EU Officials Give France $5M To Set Up a Permanent Migrant Camp in Calais

Sep 07, 15 EU Officials Give France $5M To Set Up a Permanent Migrant Camp in Calais

In the wake of mass migration into European countries, the European Union (EU) has announced that it will provide €5 million ($5.6 million) in additional funding to France for the construction of a new migrant camp.

French Prime Minister Manuel Valls announced on Monday, August 31 that the EU would be providing the money to help the French government build a permanent refugee camp in the port city of Calais. A similar camp in the nearby town of Sangatte was closed 13 years ago, according to the Financial Times, but that hasn’t stopped thousands of migrants from settling down in squalid conditions as they prepare to cross the English Channel into the U.K.

Migrants have been fleeing their native war-torn countries throughout the Middle East and North Africa, especially places such as Syria and Iran where the Islamic State (ISIS) has posed an imminent threat or has already taken power. The asylum seekers have presented a significant problem for countries bordering the Mediterranean; Greece and Italy, in particular, have been struggling to control the influx of immigrants fleeing ISIS territory, the Belfast Telegraph recently reported.

According to the Wall Street Journal, thousands of migrants have left their home countries within the past year. Many hope to settle down in the U.K. permanently because England’s job market is relatively welcoming to foreigners.

France is also seeing a steep rise in the number of migrants who are seeking asylum. In Calais, it’s reported that anywhere between 3,500 and 5,000 foreigners are living in a huge makeshift camp nicknamed “The Jungle.” The United Nations stated that living conditions in The Jungle are “absolutely appalling,” but that hasn’t stopped thousands of migrants fleeing persecution from settling down in this makeshift French town.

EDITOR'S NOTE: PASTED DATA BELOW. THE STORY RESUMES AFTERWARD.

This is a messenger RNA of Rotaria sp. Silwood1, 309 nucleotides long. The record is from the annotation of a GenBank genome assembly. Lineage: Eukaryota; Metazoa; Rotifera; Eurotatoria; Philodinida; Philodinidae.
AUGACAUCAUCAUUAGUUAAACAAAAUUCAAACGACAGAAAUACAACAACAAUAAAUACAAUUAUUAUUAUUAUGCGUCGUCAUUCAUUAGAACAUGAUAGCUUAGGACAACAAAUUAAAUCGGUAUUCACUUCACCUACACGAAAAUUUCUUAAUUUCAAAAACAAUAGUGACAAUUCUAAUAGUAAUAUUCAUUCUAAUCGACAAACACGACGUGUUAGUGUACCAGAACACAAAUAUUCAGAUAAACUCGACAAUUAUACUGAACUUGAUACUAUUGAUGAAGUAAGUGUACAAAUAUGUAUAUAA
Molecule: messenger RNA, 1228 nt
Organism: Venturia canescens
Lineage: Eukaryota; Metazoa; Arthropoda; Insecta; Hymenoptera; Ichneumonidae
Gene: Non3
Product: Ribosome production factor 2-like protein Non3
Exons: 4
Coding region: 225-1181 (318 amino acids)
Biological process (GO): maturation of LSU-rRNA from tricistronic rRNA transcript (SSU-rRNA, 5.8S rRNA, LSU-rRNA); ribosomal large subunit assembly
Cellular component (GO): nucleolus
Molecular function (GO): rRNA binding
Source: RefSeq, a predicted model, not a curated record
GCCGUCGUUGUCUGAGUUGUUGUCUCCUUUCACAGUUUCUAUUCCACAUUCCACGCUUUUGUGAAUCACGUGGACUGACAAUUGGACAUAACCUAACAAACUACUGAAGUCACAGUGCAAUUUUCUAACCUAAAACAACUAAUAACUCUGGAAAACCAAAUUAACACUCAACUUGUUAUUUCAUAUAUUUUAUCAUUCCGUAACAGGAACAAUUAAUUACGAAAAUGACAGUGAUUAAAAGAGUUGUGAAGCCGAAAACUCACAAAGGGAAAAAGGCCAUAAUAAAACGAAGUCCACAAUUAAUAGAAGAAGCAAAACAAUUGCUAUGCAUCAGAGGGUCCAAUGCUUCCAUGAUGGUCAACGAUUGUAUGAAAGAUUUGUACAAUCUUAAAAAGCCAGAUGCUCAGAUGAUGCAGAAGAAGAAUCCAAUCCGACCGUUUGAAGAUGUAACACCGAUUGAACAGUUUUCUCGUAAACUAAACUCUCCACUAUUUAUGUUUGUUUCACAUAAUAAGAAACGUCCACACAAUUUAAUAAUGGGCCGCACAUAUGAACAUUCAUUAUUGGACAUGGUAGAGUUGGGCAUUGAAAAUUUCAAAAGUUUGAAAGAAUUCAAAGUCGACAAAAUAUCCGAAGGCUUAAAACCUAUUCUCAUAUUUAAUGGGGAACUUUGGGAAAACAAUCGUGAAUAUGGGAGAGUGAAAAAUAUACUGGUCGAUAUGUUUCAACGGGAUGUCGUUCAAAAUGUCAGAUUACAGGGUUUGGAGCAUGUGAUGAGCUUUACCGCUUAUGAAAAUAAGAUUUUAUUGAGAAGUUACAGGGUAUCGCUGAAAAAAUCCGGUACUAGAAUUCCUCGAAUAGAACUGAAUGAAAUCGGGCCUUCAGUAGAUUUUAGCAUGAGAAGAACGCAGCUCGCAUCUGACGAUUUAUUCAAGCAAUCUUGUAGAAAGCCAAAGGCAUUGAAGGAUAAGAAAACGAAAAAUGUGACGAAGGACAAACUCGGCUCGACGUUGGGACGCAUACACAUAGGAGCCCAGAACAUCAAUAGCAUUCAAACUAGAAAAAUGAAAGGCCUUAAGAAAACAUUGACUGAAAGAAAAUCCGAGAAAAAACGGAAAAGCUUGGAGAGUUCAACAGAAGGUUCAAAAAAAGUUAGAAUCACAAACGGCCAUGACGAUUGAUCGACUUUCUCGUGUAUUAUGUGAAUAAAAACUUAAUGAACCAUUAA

For French citizens, who just celebrated their nation’s 226th year of independence on July 14, 2015, allowing persecuted foreigners to reside in the country — legally and safely — has spurred much debate. Across the EU, many countries have recognized that the migrant crisis in the Mediterranean is becoming a serious issue that needs a solution, but few countries have been willing to open their doors and allow migrants to cross their borders into safety.

In the French city of Calais, the indecision of local residents is especially evident. The Eurotunnel in Calais can see hundreds of migrants attempt to pass through — illegally — into the U.K. in just one night. Between constructing fences and bringing in riot police, the French and English governments have each spent millions of dollars to control migration.

The EU funding, on the other hand, will create a refugee camp in Calais — despite the disdain that locals have for the migrants — rather than try to keep migrants out entirely. The new camp is expected to house 1,500 people safely and will open up in 2016.

In 2015 alone, at least 340,000 refugees have crossed European borders. Foreign policy workers expect that this number will increase by at least 200,000 additional migrants by the end of the year.

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